Regular exercise before pregnancy may protect against so-called pelvic girdle pain as the fetus grows, according to a new study from Norway.

Between 20 and 40 percent of pregnant women experience some pelvic girdle pain late in pregnancy, associated with joint and ligament changes in their body caused by the growing baby, said lead author Katrine Mari Owe of the Norwegian Institute of Public Health in Oslo.

Other studies have found that exercise can lessen chronic pain for people who are not pregnant, likely due to endorphin release, she told Reuters Health by email.

"Though the long-term effect of exercise on pain remains unclear, women who exercise regularly pre-pregnancy are more likely to continue throughout pregnancy," she and her colleagues write in the British Journal of Sports Medicine.

Pelvic girdle pain is defined as pain across the back and front of the pelvis, Owe's team explains. It has been linked to depression and higher amounts of sick leave during pregnancy, they note.

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Past research has already shown that women who experience pelvic girdle pain are less likely to exercise during pregnancy. The researchers wanted to see if exercise levels before pregnancy were linked to a likelihood of having pelvic girdle pain.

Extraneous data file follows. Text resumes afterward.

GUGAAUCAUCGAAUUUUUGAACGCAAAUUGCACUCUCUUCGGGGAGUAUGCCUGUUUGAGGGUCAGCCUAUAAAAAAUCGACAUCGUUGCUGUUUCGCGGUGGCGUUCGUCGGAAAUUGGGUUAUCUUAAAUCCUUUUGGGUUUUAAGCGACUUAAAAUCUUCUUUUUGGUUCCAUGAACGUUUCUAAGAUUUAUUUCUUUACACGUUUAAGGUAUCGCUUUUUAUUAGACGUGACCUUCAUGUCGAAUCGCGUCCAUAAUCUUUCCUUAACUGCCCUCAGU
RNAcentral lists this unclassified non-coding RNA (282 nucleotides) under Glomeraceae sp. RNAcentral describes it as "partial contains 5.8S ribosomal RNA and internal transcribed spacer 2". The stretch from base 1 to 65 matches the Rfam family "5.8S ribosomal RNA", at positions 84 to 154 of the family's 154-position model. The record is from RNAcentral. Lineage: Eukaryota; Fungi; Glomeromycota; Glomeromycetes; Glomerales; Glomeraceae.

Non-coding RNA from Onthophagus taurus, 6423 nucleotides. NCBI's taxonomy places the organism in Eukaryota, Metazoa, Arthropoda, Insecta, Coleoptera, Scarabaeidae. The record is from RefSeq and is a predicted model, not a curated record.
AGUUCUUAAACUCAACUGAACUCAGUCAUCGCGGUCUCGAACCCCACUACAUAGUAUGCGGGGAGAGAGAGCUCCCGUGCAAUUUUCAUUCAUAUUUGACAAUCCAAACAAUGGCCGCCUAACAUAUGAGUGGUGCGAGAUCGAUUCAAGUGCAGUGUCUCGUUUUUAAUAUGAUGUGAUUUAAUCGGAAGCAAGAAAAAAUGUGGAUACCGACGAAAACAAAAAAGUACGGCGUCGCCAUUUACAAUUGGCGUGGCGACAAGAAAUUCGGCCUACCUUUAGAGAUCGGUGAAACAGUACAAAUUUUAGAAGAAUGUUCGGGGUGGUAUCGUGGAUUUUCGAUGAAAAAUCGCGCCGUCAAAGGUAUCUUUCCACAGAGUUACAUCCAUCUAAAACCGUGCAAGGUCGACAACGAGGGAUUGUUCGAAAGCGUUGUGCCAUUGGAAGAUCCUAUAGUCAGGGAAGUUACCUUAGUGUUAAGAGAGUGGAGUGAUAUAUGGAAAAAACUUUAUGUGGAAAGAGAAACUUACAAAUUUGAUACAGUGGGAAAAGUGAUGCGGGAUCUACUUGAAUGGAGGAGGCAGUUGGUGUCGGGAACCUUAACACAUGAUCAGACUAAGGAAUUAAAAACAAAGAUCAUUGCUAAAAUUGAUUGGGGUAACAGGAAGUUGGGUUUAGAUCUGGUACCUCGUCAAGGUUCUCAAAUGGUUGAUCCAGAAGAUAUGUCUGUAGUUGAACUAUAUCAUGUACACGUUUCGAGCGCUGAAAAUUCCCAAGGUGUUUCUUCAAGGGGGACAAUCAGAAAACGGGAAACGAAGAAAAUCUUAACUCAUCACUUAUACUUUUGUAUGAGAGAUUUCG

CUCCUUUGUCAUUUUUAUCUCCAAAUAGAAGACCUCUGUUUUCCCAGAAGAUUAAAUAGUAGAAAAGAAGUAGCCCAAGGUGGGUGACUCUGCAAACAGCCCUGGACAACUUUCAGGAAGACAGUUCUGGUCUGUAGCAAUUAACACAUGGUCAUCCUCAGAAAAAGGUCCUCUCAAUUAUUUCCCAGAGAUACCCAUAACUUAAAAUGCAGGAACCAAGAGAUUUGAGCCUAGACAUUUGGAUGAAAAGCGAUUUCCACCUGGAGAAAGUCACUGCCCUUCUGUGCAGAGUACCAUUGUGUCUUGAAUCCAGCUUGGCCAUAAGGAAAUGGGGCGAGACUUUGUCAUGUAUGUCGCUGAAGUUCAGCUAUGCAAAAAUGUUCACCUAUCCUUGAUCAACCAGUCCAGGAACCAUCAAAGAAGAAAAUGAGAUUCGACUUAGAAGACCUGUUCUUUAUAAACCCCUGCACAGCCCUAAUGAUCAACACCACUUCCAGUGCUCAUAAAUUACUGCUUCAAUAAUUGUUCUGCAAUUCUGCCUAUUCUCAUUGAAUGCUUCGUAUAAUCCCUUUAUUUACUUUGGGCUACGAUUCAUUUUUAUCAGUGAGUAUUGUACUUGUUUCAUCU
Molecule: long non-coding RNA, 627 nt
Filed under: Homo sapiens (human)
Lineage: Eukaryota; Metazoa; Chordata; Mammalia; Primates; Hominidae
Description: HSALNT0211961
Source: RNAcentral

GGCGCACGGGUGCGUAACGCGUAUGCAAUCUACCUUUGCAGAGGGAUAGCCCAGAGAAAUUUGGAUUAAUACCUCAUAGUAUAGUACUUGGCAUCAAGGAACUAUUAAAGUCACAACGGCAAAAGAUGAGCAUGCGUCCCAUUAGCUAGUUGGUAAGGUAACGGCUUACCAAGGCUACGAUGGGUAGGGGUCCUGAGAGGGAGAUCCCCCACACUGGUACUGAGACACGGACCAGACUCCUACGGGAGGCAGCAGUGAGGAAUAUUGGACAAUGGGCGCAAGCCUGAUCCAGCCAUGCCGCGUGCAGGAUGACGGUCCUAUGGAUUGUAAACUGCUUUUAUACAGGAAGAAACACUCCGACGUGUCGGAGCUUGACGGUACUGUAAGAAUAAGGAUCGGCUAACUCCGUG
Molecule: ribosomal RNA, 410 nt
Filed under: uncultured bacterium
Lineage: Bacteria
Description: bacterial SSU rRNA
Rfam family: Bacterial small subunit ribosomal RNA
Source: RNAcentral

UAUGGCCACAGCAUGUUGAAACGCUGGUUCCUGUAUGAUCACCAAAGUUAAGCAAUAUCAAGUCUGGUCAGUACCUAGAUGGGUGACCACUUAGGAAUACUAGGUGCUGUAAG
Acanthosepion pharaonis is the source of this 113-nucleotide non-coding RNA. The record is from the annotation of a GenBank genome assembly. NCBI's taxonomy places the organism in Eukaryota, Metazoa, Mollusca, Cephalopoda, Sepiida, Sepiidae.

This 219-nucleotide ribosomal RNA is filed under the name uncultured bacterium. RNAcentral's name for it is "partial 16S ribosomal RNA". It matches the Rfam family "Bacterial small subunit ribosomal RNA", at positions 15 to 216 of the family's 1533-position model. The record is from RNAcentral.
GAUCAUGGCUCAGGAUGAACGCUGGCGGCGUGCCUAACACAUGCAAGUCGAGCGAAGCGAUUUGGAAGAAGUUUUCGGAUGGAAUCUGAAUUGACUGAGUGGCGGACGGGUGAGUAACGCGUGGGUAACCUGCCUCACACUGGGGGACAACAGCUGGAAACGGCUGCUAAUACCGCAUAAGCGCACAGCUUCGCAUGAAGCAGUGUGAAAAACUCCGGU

They analyzed data on more than 39,000 women in Norway who became pregnant with their first child between 2000 and 2009 and were part of a long term study that followed the health of both mothers and children.

At clinic visits when they were about four months pregnant, the women answered questions about the type and frequency of exercise they did in the three months before becoming pregnant.

More than half of the women said they exercised at least three times a week before pregnancy, while only seven percent said they were not exercising at all. Almost all of those who had exercised before pregnancy were still doing so at about four months gestation.

When they were 7.5 months pregnant, about 1 in 10 women reported pelvic girdle pain, including 1 in 8 of those who had reported no exercise.

Those who reported pain tended to be less healthy in several ways, including more reports of smoking, being overweight and having a history of depression or lower back pain before pregnancy.

Those who did not report pelvic girdle pain tended to be healthier and to report exercising three to five times per week before becoming pregnant.

Those who did high impact exercise - like running, jogging, playing ballgames/netball, high impact aerobics or orienteering - were the least likely to report pelvic pain.

Overall, exercising more than five times weekly pre-pregnancy did not appear to add to the benefit.

"What was surprising to us was that even women who exercised only once or twice a week (before pregnancy) had lower risk of developing pelvic girdle pain compared to those who did not exercise at all," Owe said.

Few women are severely disabled by pelvic girdle pain, according to Hilde Stendal Robinson of the University of Olso, who was not part of the new study.

Exercise in general is beneficial, and pregnancy is no exception, Robinson told Reuters Health by email.

"It is important that women with pelvic girdle pain seek help to deal with the pain throughout pregnancy," Owe said. "We have no evidence to recommend complete rest for nine months, but she must take into account the pain and find alternative ways to stay physically active."

There are few effective treatments for pelvic pain during pregnancy, but it almost always resolves after delivery, she said.